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August 4th, 2010
05:46 PM ET

Conservatives vow to fight Prop. 8 ruling, citing threat to gay marriage bans nationwide

Within moments of a federal judge striking down California's same-sex marriage ban Wednesday, religious conservatives vowed to fight the ruling all the way to the Supreme Court, saying the decision threatens gay marriage bans nationwide.

"This lawsuit, should it be upheld on appeal and in the Supreme Court, would become the 'Roe v. Wade' of same-sex 'marriage,' " said Family Research Council President Tony Perkins, referring to the 1973 decision that legalized abortion.

Perkins and other conservatives said the ruling, which found California's gay marriage ban unconstitutional, would overturn marriage bans adopted by dozens of states if it is upheld.

Perkins told CNN he will work to make the ruling an issue in this fall's midterm elections. "This is the age of the Tea Party, where you have people saying government is not listening," Perkins told CNN. "And here you have a judge saying seven million people (who supported California's Proposition 8 ) don't matter."

Some conservatives began calling for a renewed push to pass a constitutional amendment banning gay marriage, an effort that was largely abandoned after it failed during President George W. Bush's administration.

"Many senators who voted against the federal marriage amendment the last time it came up said publicly if a federal court interfered with a state's right to determine this issue, they would then be willing to vote for a federal marriage amendment," said Richard Land, who heads public policy for the Southern Baptist Convention. "Ladies and gentlemen, prepare to vote."

Chief U.S. District Judge Vaughn Walker ruled Wednesday that California's Proposition 8, which passed via a 2008 ballot initiative, violates the 14th Amendment's equal protection clause. The case is now expected to go to the 9th Circuit Court of Appeals.

The decision marks the first time a federal judge has ruled that the U.S. Constitution protects the right of same-sex couples to marry, according to the Pew Forum on Religion and Public Life.

Though they denounced the decision, conservatives said they anticipated it and had been planning their next legal and political steps for months.

"We have a strong team of attorneys and they knew we were not only arguing this before a single judge, we were planning an argument that would go through the 9th Circuit and the Supreme Court and they made decisions based on that," said Ron Prentice, chairman of the executive committee of ProtectMarriage.com, a California-based coalition.

"This is round one of what we knew would be a multi-round battle," Prentice said.

Beyond challenging Wednesday's ruling in court, conservative activists said they will try to hammer home the message that the final Proposition 8 ruling will determine the constitutionality of other state bans on gay marriage.

"A lot of Americans sitting back right now probably don't realize that this case involves more than California," said

Bruce Hausknecht, judicial analyst with CitizenLink, the public policy arm of Focus on the Family. "This case is not about Prop. 8, it's about all 50 states."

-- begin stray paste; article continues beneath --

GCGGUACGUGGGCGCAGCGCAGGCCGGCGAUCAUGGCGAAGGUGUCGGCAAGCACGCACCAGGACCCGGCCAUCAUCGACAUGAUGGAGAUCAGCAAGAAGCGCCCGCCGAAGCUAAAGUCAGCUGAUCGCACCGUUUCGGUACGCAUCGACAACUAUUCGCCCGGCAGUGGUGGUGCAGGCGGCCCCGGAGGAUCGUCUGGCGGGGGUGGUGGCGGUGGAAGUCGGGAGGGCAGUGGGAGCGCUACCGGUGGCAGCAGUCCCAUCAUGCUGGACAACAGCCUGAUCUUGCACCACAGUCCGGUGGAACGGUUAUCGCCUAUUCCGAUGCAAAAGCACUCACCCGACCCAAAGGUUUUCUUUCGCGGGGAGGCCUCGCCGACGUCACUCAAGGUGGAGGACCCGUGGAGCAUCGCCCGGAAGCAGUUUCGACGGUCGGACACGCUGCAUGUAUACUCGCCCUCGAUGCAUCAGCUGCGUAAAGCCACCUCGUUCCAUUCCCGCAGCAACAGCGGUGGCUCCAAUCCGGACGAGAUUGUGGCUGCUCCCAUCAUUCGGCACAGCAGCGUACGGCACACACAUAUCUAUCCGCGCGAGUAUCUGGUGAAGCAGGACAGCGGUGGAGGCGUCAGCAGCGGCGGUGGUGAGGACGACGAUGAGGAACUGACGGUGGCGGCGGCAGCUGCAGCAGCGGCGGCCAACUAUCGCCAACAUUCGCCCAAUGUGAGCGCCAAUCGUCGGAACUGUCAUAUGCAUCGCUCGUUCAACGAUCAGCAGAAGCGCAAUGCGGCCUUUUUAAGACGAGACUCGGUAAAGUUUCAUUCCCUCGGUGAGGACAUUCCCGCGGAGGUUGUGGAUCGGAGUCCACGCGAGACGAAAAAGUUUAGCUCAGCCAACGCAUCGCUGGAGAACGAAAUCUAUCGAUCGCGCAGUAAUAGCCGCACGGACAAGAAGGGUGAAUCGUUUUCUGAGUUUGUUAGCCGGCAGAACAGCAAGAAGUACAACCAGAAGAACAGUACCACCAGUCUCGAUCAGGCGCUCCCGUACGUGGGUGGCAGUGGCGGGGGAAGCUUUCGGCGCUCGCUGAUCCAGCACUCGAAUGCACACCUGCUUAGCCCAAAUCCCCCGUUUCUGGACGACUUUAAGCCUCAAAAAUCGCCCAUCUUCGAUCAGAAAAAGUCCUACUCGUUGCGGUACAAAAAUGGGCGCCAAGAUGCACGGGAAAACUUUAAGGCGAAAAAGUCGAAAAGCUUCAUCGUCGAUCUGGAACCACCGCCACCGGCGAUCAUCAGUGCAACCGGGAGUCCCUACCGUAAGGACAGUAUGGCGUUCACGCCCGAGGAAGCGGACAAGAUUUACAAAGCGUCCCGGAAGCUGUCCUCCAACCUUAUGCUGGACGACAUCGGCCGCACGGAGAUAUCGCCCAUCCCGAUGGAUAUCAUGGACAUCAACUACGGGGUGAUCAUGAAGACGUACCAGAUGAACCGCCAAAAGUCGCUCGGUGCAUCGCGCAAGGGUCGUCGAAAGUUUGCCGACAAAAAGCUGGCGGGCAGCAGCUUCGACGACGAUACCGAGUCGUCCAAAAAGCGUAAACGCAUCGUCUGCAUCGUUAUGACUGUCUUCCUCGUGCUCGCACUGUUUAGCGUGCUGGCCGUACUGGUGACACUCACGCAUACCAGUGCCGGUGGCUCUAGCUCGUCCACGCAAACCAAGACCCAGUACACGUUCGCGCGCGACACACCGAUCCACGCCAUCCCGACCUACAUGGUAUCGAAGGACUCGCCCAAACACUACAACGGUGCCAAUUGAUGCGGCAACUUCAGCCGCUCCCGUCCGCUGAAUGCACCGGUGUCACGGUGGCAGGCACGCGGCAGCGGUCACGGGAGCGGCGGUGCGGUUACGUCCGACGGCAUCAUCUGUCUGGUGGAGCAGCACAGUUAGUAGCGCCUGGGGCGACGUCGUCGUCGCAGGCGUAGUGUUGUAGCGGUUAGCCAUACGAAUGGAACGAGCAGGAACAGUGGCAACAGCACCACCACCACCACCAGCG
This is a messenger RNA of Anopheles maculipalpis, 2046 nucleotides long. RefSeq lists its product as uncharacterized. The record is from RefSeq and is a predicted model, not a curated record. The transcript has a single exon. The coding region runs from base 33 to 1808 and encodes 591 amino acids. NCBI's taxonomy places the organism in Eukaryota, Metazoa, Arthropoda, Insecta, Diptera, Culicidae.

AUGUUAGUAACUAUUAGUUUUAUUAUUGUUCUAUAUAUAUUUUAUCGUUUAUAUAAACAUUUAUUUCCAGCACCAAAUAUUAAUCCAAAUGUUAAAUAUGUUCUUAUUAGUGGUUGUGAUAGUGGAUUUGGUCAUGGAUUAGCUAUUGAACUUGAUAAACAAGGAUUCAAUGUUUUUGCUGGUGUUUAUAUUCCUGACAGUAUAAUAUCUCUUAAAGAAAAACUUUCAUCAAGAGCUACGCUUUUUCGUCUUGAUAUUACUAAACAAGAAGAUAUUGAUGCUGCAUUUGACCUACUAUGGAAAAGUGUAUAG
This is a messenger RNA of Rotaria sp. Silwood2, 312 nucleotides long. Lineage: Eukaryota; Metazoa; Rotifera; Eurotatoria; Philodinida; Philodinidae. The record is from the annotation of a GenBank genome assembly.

A Gallup poll last May found that 44 percent of Americans support legal recognition of same-sex marriage, while 53 percent do not.

Since the late 1990s, 41 states have adopted constitutional amendments or other laws banning gay marriage, according to the Human Rights Campaign, a gay rights group.

- CNN Belief Blog Co-Editor

Filed under: California • Gay marriage • Gay rights • Politics • United States

soundoff (515 Responses)
  1. Eric G

    The conservatives are right!!!!! We liberals are going to get all the gays married, have them quit their jobs and go on welfare so we can have a rally at the abortion clinic where we will march to conservatives houses to take their guns!!!!! It's all comming together!!!!! HAHAHAHAHAHAHAHAHAHA!!!!!!!!!!!!

    August 4, 2010 at 10:12 pm |
    • David Johnson

      That was funny!

      August 5, 2010 at 7:56 pm |
  2. rrock

    All the right wingers want government out of or lives except when it comes to their version of morality.

    August 4, 2010 at 10:12 pm |
  3. waymorefunwithtoys

    If you're against gay marriage please tell me how this affects your life? I'm happy for everyone who's been waiting for this to happen.

    August 4, 2010 at 10:00 pm |
  4. CaliforniaBC

    Sooooooo...it's okay for conservatives to scream about big government intruding on THEIR lives but it's just fine if they want to dictate who can get married or what a woman does wit her own body? Funny how everything they do just screams hypocrisy.

    August 4, 2010 at 9:59 pm |
    • Jane

      Conservatives are doing nothing but fighting everything called progress, they can fight all they want , this will eventually become law of the land and we will all survive. and probably wonder why all the fuss. Jane

      August 4, 2010 at 10:42 pm |
  5. GodIsForImbeciles

    Can't ya just hear all those republicans gasping at the thought of two gay people enjoying their lives?! I love it when the religious right takes it in the...It's their secret desire!

    August 4, 2010 at 9:57 pm |
    • migehill's bunghole